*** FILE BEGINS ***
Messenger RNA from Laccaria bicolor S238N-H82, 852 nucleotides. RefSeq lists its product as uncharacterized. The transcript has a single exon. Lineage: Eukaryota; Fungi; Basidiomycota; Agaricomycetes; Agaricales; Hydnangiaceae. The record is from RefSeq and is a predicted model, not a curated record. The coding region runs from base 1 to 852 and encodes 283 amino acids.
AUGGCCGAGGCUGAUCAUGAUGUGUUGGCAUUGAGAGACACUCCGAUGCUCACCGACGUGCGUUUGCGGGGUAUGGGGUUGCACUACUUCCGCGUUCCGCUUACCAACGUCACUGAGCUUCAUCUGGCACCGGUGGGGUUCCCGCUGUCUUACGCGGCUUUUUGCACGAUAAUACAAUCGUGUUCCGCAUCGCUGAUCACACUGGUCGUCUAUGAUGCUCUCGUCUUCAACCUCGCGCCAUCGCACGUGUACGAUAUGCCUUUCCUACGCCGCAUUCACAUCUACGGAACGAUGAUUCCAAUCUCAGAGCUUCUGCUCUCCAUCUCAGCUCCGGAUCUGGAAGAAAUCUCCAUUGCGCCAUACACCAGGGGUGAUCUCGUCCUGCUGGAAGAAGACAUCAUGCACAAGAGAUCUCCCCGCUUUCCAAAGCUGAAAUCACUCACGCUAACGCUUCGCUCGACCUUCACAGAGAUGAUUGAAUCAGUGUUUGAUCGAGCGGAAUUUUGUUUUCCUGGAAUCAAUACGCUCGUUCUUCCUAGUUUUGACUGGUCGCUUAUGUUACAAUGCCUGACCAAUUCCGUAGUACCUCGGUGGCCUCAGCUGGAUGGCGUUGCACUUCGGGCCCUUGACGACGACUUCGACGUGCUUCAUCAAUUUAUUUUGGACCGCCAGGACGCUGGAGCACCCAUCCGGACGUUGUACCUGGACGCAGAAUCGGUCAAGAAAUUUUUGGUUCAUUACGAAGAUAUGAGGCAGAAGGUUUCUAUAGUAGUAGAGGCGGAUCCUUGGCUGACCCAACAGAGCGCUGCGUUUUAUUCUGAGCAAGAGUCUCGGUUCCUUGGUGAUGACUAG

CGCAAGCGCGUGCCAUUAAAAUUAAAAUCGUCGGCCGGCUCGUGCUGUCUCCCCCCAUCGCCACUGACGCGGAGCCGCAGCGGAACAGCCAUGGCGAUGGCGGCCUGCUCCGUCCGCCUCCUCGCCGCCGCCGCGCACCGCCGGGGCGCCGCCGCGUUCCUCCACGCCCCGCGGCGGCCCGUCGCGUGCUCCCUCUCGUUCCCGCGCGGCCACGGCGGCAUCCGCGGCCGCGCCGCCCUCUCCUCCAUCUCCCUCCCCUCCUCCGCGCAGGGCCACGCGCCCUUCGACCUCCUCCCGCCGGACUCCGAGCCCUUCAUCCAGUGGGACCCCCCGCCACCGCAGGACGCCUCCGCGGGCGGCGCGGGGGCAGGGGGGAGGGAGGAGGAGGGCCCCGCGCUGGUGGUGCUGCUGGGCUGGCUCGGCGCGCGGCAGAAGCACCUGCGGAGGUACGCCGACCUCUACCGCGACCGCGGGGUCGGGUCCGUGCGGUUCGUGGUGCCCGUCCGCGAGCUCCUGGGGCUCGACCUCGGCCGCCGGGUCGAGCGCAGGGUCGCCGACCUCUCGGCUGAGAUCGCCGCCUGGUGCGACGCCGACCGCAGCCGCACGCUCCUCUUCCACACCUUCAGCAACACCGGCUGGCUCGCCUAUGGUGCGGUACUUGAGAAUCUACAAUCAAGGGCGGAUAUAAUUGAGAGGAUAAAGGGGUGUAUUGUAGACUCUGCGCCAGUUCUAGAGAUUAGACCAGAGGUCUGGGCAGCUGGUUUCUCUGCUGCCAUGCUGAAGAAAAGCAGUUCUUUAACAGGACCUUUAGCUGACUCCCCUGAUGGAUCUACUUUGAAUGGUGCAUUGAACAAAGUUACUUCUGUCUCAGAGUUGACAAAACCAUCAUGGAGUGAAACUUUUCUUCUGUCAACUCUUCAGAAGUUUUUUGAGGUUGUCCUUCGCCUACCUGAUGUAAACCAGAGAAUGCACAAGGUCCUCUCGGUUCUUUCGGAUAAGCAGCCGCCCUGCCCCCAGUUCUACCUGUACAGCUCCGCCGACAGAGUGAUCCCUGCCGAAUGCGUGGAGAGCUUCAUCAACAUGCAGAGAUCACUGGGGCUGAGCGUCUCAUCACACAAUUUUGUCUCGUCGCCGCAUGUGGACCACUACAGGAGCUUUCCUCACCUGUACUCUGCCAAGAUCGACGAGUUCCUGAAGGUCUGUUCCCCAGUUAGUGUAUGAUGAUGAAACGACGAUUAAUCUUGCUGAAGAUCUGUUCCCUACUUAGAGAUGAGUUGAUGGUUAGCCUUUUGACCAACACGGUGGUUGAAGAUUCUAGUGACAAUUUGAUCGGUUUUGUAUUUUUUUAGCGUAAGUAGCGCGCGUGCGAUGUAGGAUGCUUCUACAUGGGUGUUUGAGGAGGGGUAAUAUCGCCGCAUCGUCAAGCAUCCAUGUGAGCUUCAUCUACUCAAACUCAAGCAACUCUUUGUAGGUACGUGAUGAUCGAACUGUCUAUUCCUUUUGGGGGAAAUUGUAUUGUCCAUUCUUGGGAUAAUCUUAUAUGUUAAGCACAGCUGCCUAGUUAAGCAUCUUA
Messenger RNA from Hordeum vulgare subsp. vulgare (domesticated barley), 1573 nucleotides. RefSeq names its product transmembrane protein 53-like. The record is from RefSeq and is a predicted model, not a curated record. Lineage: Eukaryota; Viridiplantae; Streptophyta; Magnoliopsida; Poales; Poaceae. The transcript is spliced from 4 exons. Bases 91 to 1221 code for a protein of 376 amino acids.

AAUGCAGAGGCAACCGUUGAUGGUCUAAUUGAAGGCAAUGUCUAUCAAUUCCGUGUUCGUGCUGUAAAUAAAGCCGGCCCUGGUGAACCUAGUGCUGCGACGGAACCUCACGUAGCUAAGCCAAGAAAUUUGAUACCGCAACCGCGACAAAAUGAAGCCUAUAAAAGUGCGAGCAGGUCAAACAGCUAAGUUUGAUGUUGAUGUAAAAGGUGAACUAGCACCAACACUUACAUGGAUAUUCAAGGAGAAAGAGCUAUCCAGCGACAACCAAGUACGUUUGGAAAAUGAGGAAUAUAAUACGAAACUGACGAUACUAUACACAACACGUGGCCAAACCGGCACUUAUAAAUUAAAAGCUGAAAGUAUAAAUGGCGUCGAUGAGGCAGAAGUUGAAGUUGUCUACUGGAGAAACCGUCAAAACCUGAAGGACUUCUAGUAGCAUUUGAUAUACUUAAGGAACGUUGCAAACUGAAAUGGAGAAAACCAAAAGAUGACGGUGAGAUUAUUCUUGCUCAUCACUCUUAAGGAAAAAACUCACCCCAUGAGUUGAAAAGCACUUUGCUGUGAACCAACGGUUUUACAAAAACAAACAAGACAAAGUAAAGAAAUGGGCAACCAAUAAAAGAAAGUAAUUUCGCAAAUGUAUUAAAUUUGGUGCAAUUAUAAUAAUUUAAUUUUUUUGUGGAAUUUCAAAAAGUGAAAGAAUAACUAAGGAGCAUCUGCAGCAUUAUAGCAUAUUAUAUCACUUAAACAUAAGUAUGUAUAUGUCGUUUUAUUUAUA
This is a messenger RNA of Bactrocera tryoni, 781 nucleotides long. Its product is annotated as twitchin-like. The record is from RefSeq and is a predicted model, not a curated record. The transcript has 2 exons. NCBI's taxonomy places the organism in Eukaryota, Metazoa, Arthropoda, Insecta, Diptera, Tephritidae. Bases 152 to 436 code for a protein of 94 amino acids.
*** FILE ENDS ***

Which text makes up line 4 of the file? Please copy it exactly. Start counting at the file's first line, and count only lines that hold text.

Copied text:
Messenger RNA from Hordeum vulgare subsp. vulgare (domesticated barley), 1573 nucleotides. RefSeq names its product transmembrane protein 53-like. The record is from RefSeq and is a predicted model, not a curated record. Lineage: Eukaryota; Viridiplantae; Streptophyta; Magnoliopsida; Poales; Poaceae. The transcript is spliced from 4 exons. Bases 91 to 1221 code for a protein of 376 amino acids.